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Food Companies Using Their Farming Connections To Tackle Big Problems


Lost amid a good deal of the talk about the wave of unaccompanied immigrant children who have crossed the southern border into the US are the children themselves and the circumstances that drove them to take a lonely, frightening and perilous journey on their own.

Coffee company Kenco is using some of its marketing effort to talk about its work in Honduras to counter the deadly gang culture that has overtaken San Pedro Sula and other areas around that country. They’ve created the clip above to talk up the program, “Coffee vs Gangs,” that will teach 20 Honduran children how to be coffee farmers. And they will publish regular updates to let people know about the progress the selected kids are making.

The program is part of the “Coffee Made Happy” initiative that Kenco’s parent company Mondelez embarked upon in 2011. The program is a $200 million investment in sustainability programs through 2020. Fairfood International reported on the program, stating, “We at Fairfood are cautiously optimistic, and are hopeful that the company will increase its transparency with this initiative. To help them and remind them of their commitment, we will continue our proactive dialogue with Mondelez as they work toward the realization of the initiative’s goals.”

Of course, this is just a small dent in a huge problem. Tens of thousands have traveled to the US seeking to escape to a better life. The problems in Central America that drove people out in the first place have yet to be solved. And though the number of people detained coming over the border this past month is much lower than the previous two (CBS News credits the heat and a messaging campaign that spread the word that children won’t be allowed to stay in the US even if they make it), it’s still much higher than the year before.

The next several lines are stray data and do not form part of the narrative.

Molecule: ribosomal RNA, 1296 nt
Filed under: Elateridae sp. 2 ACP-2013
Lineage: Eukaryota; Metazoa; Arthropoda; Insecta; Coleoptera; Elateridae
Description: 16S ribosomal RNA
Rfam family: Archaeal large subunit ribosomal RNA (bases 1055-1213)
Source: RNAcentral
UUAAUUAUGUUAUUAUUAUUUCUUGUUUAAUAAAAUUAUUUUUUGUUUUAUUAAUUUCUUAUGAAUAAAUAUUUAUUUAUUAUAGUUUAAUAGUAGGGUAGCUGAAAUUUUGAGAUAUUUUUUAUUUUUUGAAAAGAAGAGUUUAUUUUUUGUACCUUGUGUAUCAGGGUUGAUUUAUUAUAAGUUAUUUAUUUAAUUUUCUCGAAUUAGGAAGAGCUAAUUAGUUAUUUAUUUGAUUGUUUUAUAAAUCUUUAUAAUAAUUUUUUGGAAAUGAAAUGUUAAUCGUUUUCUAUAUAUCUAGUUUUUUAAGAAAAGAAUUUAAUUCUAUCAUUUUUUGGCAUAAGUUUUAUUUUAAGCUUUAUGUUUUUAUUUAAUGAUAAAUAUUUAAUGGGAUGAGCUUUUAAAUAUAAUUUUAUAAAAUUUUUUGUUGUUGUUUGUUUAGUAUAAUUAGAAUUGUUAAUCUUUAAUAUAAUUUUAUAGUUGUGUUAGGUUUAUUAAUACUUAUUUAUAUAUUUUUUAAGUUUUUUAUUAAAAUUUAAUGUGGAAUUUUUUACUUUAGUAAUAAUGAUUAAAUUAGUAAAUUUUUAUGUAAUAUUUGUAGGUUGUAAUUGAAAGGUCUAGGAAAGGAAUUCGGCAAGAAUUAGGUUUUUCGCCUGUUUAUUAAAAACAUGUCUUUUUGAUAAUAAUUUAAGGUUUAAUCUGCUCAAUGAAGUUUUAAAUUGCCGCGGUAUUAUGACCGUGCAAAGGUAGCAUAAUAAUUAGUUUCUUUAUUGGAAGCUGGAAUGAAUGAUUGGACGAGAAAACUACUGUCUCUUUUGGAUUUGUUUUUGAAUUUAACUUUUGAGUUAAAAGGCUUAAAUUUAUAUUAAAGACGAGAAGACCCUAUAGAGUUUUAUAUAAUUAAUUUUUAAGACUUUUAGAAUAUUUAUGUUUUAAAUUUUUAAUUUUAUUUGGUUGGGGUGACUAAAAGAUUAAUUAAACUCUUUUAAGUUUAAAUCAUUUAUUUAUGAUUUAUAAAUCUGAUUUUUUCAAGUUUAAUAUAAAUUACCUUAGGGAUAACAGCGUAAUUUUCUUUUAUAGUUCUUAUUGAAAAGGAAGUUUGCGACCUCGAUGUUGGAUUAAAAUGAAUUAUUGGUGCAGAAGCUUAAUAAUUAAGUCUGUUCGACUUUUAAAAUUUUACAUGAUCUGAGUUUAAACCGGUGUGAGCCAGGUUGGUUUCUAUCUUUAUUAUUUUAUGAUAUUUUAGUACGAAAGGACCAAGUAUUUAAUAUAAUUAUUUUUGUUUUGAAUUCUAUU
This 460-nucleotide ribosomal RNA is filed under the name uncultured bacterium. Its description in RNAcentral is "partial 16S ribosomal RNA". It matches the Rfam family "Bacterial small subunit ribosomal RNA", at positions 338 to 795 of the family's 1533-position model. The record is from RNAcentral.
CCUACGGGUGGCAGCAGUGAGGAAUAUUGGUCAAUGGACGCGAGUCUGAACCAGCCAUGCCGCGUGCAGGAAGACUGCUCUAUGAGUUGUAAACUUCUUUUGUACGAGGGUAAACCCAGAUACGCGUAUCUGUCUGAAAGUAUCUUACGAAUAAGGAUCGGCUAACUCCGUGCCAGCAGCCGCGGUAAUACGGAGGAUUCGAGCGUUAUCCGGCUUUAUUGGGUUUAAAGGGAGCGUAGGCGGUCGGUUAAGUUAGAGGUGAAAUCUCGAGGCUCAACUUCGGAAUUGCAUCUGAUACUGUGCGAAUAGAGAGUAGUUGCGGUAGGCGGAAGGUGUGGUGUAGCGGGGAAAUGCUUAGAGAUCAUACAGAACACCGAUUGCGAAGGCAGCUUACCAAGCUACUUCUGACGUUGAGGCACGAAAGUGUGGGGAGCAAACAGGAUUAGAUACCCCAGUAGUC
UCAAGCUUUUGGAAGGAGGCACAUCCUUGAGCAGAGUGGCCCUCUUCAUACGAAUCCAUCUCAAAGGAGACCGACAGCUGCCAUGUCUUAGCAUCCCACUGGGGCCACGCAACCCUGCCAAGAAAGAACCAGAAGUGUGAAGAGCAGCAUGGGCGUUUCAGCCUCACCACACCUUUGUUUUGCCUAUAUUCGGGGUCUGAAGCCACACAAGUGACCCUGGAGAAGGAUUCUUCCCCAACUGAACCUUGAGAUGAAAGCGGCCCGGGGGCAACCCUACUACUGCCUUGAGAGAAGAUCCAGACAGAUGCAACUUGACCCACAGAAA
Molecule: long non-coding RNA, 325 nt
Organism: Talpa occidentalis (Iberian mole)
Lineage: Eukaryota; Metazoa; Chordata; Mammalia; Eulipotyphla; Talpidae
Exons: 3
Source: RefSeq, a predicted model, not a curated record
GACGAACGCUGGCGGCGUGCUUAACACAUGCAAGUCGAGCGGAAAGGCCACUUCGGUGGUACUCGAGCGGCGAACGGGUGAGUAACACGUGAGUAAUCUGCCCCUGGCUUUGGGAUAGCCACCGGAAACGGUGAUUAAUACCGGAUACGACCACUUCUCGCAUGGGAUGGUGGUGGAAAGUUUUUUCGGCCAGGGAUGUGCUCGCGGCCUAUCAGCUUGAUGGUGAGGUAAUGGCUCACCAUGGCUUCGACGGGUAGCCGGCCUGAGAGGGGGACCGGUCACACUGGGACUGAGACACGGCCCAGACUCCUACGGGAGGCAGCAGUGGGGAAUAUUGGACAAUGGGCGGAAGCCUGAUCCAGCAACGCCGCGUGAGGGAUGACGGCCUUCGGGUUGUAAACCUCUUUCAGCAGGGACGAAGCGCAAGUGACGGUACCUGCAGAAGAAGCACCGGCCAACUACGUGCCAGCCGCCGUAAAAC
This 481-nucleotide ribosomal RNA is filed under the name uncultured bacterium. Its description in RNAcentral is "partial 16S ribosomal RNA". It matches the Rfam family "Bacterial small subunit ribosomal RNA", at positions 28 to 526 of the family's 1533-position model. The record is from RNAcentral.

However, there’s enough buzz around this effort to perhaps see it grow in the future. It could be the germ of an idea that only gets bigger.

Just today we also received a press release about a partnership between international NGO Mercy For Animals and global food company Nestle. Together, they’re going to address the issues of animal welfare in farming by way of the supply chain.

“Citing the need for continuous improvement in animal welfare, Nestlé has announced it will eliminate many of the cruelest forms of institutionalized animal abuse from its supply chain, including an end to the practices of tail docking and dehorning of dairy cattle, an end to the castration of piglets without painkillers, and the phaseout of growth promoters for poultry. The mega company has also committed to ending the intensive confinement of baby calves in veal crates, pregnant pigs in gestation crates, and egg-laying hens in battery cages,” writes Mercy for Animals. Separately, the fact that some of these conditions were ever deemed OK is appalling.

Mercy for Animals president Nathan Runkle said in a statement, “While there is still work to be done, Nestlé’s new policy represents the most sweeping animal welfare policy ever adopted by a major food distributor.” Nestle says it purchases goods from 7,300 suppliers and is now bringing on an independent auditor, SGS, to maintain standards and make improvements where necessary.

These baby steps, we hope, will lead to something bigger and better. The key will be a commitment to both the causes they address and the growth of these programs.

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